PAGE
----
We can read Scripture, our creeds/confessions and commentaries on 1 Corintians 15 “On the Resurrection”. We have our Systematic Theology books for this and other great and important doctrines.
BUT, WITHOUT YOU and a few others, WHO ELSE will bring us these “controversial” topics?
Many of us do not have time to pursue these even though we should pursue them.
Because we know we can depend you, however, we know where to send our loved ones.

First of all, I’m honored by A.J.’s high opinion of me. I question to what degree I deserve such confidence, but I appreciate his kind words and his faith in whatever analytical abilities I may have. Truly, his words encourage me.

But they also raise some important points that I’d like to think Continue reading

Throwback Thursday: I Make A Decidedly Putrid Message (And So Do You!)

Putrid works

This post first appeared on July 5, 2017.

In recent years, the notion that we can “be the message” has resurrected the old cliche, “Preach the Gospel–if necessary, use words.” The social gospel movement, in particular, capitalizes on this cliche for the purpose of using works of charity almost in place of preaching the Gospel. They rationalize that, because of their acts of service, people will ask what motivates them to serve, thus opening the door for evangelism.

In an effort to discern the validity of this popular idea, we need to examine it in light of what the Word of God teaches. I’ll refer to several Scriptures, so please click the links; quoting so many of them directly in one blog post might put me in danger of violating the ESV copyright permission.

I agree that a person’s behavior, in general, demonstrates his true beliefs. James 2:14-26 indeed maintains that “faith without works is dead.” Jesus Himself warned that He will reject those who call Him Lord while actively disobeying His commandments (Matthew 7:21-27). The proponents of the social gospel must be commended, therefore, for their desire to address the obvious disconnect between what evangelicals profess to believe and how we actually live. The non-Christian world sees our hypocrisy, and uses it as an excuse to reject Christ.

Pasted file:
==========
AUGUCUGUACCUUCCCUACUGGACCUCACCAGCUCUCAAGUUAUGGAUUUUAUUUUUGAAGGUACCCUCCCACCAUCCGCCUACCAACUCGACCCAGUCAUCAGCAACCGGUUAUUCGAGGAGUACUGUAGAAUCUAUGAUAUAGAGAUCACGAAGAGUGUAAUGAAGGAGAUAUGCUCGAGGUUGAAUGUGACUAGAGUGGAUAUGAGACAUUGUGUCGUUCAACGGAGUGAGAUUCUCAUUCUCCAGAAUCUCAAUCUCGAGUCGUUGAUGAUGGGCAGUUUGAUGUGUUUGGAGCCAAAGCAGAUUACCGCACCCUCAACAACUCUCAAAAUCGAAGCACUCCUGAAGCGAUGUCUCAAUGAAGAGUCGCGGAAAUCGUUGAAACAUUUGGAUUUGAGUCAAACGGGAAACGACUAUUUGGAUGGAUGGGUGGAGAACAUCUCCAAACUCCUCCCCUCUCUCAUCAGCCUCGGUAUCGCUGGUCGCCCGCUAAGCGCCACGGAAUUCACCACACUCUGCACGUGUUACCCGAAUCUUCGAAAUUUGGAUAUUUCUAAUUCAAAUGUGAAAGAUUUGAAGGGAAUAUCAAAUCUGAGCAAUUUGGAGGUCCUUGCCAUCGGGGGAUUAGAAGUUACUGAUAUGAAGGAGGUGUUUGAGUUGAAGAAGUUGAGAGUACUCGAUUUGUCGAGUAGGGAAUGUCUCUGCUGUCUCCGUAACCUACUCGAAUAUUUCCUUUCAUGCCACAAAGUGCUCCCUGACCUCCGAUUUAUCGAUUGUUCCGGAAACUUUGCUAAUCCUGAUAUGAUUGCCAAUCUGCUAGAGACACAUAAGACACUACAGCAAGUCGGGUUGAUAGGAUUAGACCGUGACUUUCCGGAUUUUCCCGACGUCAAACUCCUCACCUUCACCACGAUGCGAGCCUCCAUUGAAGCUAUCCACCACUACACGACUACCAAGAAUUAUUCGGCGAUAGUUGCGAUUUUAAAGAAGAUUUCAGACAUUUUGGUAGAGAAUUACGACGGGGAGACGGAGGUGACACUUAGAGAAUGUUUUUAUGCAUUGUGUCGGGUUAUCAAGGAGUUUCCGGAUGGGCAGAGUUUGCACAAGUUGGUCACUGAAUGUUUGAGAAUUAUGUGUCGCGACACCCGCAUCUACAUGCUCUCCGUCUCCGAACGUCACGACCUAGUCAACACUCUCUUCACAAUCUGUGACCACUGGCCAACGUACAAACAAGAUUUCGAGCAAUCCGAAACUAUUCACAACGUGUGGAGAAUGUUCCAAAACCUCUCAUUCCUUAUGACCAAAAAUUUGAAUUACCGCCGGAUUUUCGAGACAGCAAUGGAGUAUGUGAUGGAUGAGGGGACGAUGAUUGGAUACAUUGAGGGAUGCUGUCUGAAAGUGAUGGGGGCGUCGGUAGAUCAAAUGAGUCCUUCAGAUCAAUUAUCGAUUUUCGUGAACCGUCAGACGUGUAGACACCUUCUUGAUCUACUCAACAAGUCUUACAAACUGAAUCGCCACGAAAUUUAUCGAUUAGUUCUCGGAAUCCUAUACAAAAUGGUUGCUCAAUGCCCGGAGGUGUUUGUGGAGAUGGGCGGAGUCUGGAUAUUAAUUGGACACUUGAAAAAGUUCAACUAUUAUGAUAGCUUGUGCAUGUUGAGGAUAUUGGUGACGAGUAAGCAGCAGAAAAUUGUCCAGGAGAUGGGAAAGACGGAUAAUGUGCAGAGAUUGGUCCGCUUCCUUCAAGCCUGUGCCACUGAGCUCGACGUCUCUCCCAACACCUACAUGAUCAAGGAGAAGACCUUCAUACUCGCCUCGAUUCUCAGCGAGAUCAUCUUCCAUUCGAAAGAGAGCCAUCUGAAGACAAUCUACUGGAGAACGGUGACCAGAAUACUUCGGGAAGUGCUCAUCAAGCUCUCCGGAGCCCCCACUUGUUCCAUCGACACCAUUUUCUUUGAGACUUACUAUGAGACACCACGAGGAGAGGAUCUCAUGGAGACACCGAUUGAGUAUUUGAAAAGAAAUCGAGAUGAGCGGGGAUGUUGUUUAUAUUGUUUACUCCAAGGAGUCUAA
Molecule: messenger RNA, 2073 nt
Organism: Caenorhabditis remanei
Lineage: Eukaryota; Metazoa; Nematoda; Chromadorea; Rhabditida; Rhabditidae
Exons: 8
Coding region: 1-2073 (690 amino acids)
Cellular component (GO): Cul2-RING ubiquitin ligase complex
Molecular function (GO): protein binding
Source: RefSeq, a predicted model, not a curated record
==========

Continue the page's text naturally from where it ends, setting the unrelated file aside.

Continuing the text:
That said, our good behavior, in and of itself, can only (at best) lead people to ask us about the Lord (1 Peter 3:15). Of course, we should remember the broader context of this verse. 1 Peter 3:8-22 offers guidelines to Christians in the midst of suffering for their commitment to Christ. The First Century believers to whom Peter originally wrote amazed their critics by clinging to Jesus when simply renouncing Him would have liberated them from persecution. They did far more than live good lives. They proclaimed Christ in an empire that made such proclamations punishable by death.

Their potential martyrdom went far beyond “right living.” Good behavior certainly reflects God’s standards for personal holiness, but without accompanying words about the grace of God that transforms a sinner, such good behavior degenerates into self-righteous morality that the Lord considers putrid (see Isaiah 64:6).

As a matter of fact, dear readers, not one of us leads a life that replaces the need to articulate the Gospel. We are declared righteous by virtue of the Lord’s death, burial and resurrection rather than by our deeds, meaning that our lives continue to be tainted by our proclivity to sin (see Romans 7:7-24). We should, of course, walk in obedience to the Lord, but we dare not entertain the notion that social justice is enough to win anyone to Christ.

The Gospel requires that you and I actually talk about sin, hell, repentance and the fact that only Jesus provides salvation from God’s wrath. We can dig wells, help children with disabilities and run food pantries all we want, but unless we accompany those activities with a clear proclamation of the Gospel, people will see no difference between us and members of the Elks club. And they’ll be looking at us, not at the Lord Jesus Christ.